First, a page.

Tilda Swinton is perched in an aerie of a suite in a luxury hotel whose puzzling layout she compares to an Escher drawing. She’s wearing a white button-down, a sweeping black skirt of intimidating circumference, and a massive ear cuff that clenches her lobe like a claw.
She may have fearless style in real life, but in Luca Guadagnino’s A Bigger Splash, which opens today, the actress plays one of the most subdued-looking rock stars in recent memory. In flashbacks, her character, Marianne Lane, is shown in Bowie-esque sequined jumpsuits, but on the Italian vacation that takes up most of the film, she sticks to minimalist designs with a hint of the 1950s. “You’re very domesticated for a rock star,” Dakota Johnson’s nymphet character tells her at one point.
In creating the character’s persona, Swinton told the Cut, “That feeling of surprise and overturned expectations was something we really wanted to find. If you have spent a while in a sequined jumpsuit in front of 70,000 people, I can completely understand why one might want to wear a very modest, zipped-up Raf Simons coatdress.” To give Marianne a sense of vulnerability, many of the looks featured low-cut backs, for what Swinton calls “that feeling of sun on the neck.”
Marianne is grieving the death of her mother throughout the film. Says Swinton, who took on the role not long after her own mother passed away, “She’s doing this thing, which I’ve experienced myself and I’ve seen in many of my friends [as] a part of mourning: being drawn to the aesthetic of her mother. I certainly noticed it in myself when my mother died. I wore scarves for a certain period of time and I wore her shirts. In many ways, it was unconscious. I didn’t choose it, it was just something that occurred.”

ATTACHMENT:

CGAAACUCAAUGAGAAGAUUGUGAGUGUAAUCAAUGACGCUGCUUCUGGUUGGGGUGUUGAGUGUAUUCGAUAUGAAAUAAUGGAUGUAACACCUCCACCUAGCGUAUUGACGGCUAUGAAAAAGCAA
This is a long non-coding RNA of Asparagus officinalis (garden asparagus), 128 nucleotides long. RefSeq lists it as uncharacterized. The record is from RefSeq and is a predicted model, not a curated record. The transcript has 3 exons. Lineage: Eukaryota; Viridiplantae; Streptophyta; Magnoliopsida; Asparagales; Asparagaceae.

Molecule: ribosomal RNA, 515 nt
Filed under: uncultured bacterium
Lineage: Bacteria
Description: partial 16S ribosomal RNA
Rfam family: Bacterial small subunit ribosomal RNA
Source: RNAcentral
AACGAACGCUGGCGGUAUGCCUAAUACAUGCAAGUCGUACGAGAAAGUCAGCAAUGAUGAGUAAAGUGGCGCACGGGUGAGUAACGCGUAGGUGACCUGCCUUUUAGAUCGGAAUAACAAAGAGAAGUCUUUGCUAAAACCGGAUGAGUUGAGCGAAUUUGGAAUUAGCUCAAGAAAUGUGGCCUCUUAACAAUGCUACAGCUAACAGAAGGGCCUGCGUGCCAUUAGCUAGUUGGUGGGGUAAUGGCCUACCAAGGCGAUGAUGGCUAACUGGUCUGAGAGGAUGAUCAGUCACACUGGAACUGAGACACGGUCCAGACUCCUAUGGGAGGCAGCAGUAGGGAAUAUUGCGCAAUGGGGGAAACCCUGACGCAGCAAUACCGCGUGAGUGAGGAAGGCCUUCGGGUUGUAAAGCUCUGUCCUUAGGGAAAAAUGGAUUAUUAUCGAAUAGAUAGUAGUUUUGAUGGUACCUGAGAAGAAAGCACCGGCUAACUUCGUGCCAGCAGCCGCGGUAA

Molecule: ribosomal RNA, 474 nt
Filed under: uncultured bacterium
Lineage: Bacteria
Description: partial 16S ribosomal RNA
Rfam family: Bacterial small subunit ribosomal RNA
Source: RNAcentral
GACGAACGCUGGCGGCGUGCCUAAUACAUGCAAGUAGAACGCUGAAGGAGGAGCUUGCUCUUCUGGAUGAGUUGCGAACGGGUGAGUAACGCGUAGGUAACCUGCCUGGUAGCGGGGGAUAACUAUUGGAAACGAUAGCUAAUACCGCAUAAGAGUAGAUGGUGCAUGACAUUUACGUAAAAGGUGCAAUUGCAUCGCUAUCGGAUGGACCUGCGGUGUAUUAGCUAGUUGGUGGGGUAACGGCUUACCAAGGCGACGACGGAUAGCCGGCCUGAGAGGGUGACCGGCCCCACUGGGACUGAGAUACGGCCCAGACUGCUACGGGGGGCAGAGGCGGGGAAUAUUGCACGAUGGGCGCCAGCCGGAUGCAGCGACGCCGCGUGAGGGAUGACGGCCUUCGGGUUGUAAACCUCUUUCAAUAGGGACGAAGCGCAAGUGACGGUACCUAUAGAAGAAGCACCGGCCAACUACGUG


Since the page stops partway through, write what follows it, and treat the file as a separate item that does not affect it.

Everything was custom-made specifically for the character, except for the sequined jumpsuit from the concert scenes, which was a Dior piece that Simons adapted for the movie. “The inspiration is Tilda herself,” Simons said in an email. “I find her ultimately inspiring. I’m always happy to think about Tilda, so it comes naturally to design for her or her characters.” That said, “I don’t see her as a muse, I think there are almost no more muses. She is like David Bowie — otherwordly, beautiful, unique, and inspiring.”
“There was something really interesting about having someone with his precision working on a character,” Swinton says. “You know, you get used to a designer talking about a collection. Very often they’ll say, ‘This is for a certain woman.’ But usually a collection has to cater to more than one woman. My sense was that Raf really enjoyed the luxury of focusing on not only one woman but on one trajectory of her development.”
As for Simons’s next cinematic avenue, he isn’t ruling anything out. “Film costuming? Maybe,” he said. “Film? Yes, very interested.”